The price of the earned dollar rises to 1,409 won: The DONG-A ILBO

The won-dollar exchange rate breached the 1,400 won to the dollar threshold for the first time since the 2008 global financial crisis due to the US Federal Reserve’s third “giant leap” of raising its key rate by 0.75% all at once. Worse still, it implied that the last two meetings of the Federal Open Market Committee (FOMC) (November and December) this year will raise the key rate by another 1.25%, leaving the global financial market in anxiety.

On Thursday, the won-dollar exchange rate registered 1,409.7 won, up 15.5 won from the previous trading day, on the Seoul Foreign Exchange Market. The closing exchange rate of 1,400 won was exceeded for the first time in 13.5 years since March 20, 2009, when it closed at 1,412.5 won. It even soared to 1,413.4 won Thursday at noon.

Although the South Korean government and foreign exchange authorities not only made official verbal interventions in the market, but also practically got involved in selling dollars to support the won, the market eventually broke through the psychologically important level. of 1,400 to the dollar. With increasing volatility in the foreign exchange market, the Financial Stress Index (FSI), a yardstick for judging the degree of stress in the global financial system, registered as high as 17.6 last month, approaching the significant level of stress (more than 22).

As the Fed took the 3rd “giant leap” on Wednesday (local time), the US key interest rate fell from 2.25-2.50% annualized to 3.0-3.25% annualized. Compared to South Korea’s policy rate of 2.5% annualized, the highest rate of 3.25% is 0.75% higher. As the Fed signaled another “giant leap”, the global financial market was thrown into a state of shock.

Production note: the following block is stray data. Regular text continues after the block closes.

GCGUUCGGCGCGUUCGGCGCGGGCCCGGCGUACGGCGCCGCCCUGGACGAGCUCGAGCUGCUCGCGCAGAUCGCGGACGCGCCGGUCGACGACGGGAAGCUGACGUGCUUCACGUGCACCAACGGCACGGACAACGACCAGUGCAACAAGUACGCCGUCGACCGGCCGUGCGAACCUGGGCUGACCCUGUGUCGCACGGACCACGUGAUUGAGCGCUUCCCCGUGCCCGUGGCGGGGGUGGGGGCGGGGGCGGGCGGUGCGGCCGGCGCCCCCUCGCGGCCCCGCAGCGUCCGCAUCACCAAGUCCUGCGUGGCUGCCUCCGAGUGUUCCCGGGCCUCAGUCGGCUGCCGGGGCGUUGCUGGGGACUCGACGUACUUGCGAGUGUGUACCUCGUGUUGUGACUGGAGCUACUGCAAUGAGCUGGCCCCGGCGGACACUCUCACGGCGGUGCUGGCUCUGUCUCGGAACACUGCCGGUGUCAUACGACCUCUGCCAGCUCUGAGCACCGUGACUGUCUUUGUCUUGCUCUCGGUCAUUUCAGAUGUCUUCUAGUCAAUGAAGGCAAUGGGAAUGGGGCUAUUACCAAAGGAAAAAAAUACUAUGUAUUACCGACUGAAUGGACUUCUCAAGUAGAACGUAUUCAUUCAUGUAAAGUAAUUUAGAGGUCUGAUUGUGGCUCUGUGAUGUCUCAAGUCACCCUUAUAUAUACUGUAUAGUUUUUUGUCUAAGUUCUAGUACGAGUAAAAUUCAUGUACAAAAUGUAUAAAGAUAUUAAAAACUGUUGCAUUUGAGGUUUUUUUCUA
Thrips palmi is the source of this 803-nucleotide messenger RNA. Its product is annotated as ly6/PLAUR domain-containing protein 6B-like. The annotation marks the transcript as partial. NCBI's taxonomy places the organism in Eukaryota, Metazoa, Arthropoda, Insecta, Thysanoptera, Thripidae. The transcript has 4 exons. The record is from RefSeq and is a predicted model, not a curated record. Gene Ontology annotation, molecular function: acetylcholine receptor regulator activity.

Based on dot chart data on Fed members’ outlook for the U.S. key interest rate, it will hit 4.4% on an annualized basis by the end of this year, rising further to 4.6% at an annualized rate. Federal Reserve Chairman Jerome Powell told a news conference on Wednesday that despite some level of recovery in the supply chain, inflation remains high, adding that the Fed will not consider lowering. the key interest rate until it is certain that inflation is on the decline. way to the two percent target. His message implied a substantial hike in the key rate thereafter.

Shivering with the nightmare of the “leaps and bounds”, the global market worries about an economic slowdown, while a stronger dollar puts enormous pressure on the market. The U.S. dollar index, a measure of the average value of the U.S. dollar against six major foreign currencies, rose to the 111 level to hit a 20-year high. On Thursday, the dollar-yen exchange rate on the Tokyo foreign exchange market rose above 145 yen for the first time in 24 years during intraday trading.

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